PASADENA, CALIF. - First there was J. Fred Muggs on the "Today" show.
Then came "Lancelot Link, Secret Chimp" on Saturday mornings, followed by the "Bear" of "B.J. and the Bear" in prime time and even the short-lived "Mr. Smith."
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'The Chimp Channel'
When: 10:05 p.m. Thursday on TBS.
Starring: A barrel of monkeys
But for the past decade, monkey TV stars have been limited to guest spots by Marcel on "Friends," nature specials and Animal Planet. That changed with TBS's "Monkey-ed Movies," a 1998 series of shorts starring an all-simian cast in pop culture parodies.
Their popularity led TBS to create a regular series, "The Chimp Channel," premiering at 10:05 p.m. Thursday. The show is set behind-the-scenes at a television network run by monkeys. Yes, this could be a true story, but it's fiction since TCC doesn't exist - yet.
"The show is basically half behind-the-scenes like 'Larry Sanders,' half TV sketch comedy," said creator Tom Stern in a January meeting with TV critics. The sketches are clips from TCC shows, including "Treewatch," a city park spoof of "Baywatch" that stars the network's No. 1 bombshell, Marina.
"She's a cross between a Madonna and a Pamela Lee," said co-executive producer Tim Burns. "Marina is sort of like consummate sex, if your idea of sex is a chimp with long blond hair and clingy gowns."
Other media figures parodied include Ted Turner rival Rupert Murdoch (TCC's owner is an Australian media tycoon) and CNN's Larry King (he's aped by Murray Price, TCC's celebrity interviewer).
"[Murray] is a consummate ladies' man, in his mind, which is probably the reason he's been married eight or 12 times," said producer Skot Bright.
"If you get close to him, you can actually smell the Viagra," Stern said.
While "Monkey-ed Movies" spoofed big-screen films, "The Chimp Channel" will go after movies and TV and sundry other aspects of pop culture.
"We like to create our own concepts and combine things," Stern said. "Like, 'Armageddon: The Series,' where there's always a comet every week."
"Every week it's the size of a different state," Burns added.
Stern said the slight difference in human and simian DNA gives humans a primordial connection to the hairier species.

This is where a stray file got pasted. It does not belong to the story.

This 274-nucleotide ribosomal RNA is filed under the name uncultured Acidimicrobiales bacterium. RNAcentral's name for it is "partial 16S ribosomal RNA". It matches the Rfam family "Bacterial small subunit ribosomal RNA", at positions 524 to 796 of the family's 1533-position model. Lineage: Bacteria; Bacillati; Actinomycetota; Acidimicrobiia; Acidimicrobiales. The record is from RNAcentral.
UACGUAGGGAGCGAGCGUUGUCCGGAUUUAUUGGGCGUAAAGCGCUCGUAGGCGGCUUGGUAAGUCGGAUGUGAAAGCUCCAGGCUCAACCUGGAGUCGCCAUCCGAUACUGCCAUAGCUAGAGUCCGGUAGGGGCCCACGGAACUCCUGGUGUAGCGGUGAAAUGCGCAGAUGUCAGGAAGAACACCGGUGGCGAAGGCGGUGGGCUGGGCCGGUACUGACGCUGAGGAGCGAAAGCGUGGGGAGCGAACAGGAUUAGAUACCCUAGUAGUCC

"When you get with a chimp in a room, there's an intense connection that everybody gets that's not like a dog or a cat or anything else," he said. "They're just barely on the edge of consciousness, and it's fascinating."
For the purpose of creating laughs, Stern said chimps are a comedy writer's best friend. "Something that sounds lame coming out of an actor's mouth, can often be quite funny coming out of a chimp's mouth."
It's not all fun times making "The Chimp Channel." The American Humane Association is on the set at all times and animal trainer Denise Sanders monitors the monkeys.
"We know when they're tired, we know when they're getting bored," Sanders said. "So we'll say, we need to move on and do something different."
Sanders said the animals are trained to open and close their mouths to approximate the human speaking voices that are dubbed in later.
"We'll break everything down into little steps," Sanders said. "We put it in terms they can understand and then we add it all together."
Bright said animal trainers read scripts for "The Chimp Channel" in advance to determine whether scenes that are proposed are achievable.
"Specific training for the chimps or the orangutans is they understand what we're saying because it's all through repetition," Sanders said. "Usually they like to work because it's very stimulating for them. However, they do have short attention spans, so if they've done it for 10 takes and they're just burnt out on it, we move on to something different."
Even when the chimps get tired, there's one sure-fire movement they can make, Stern said as he slapped the palm of his hand on his forehead.
"If nothing else, we end the skit that way."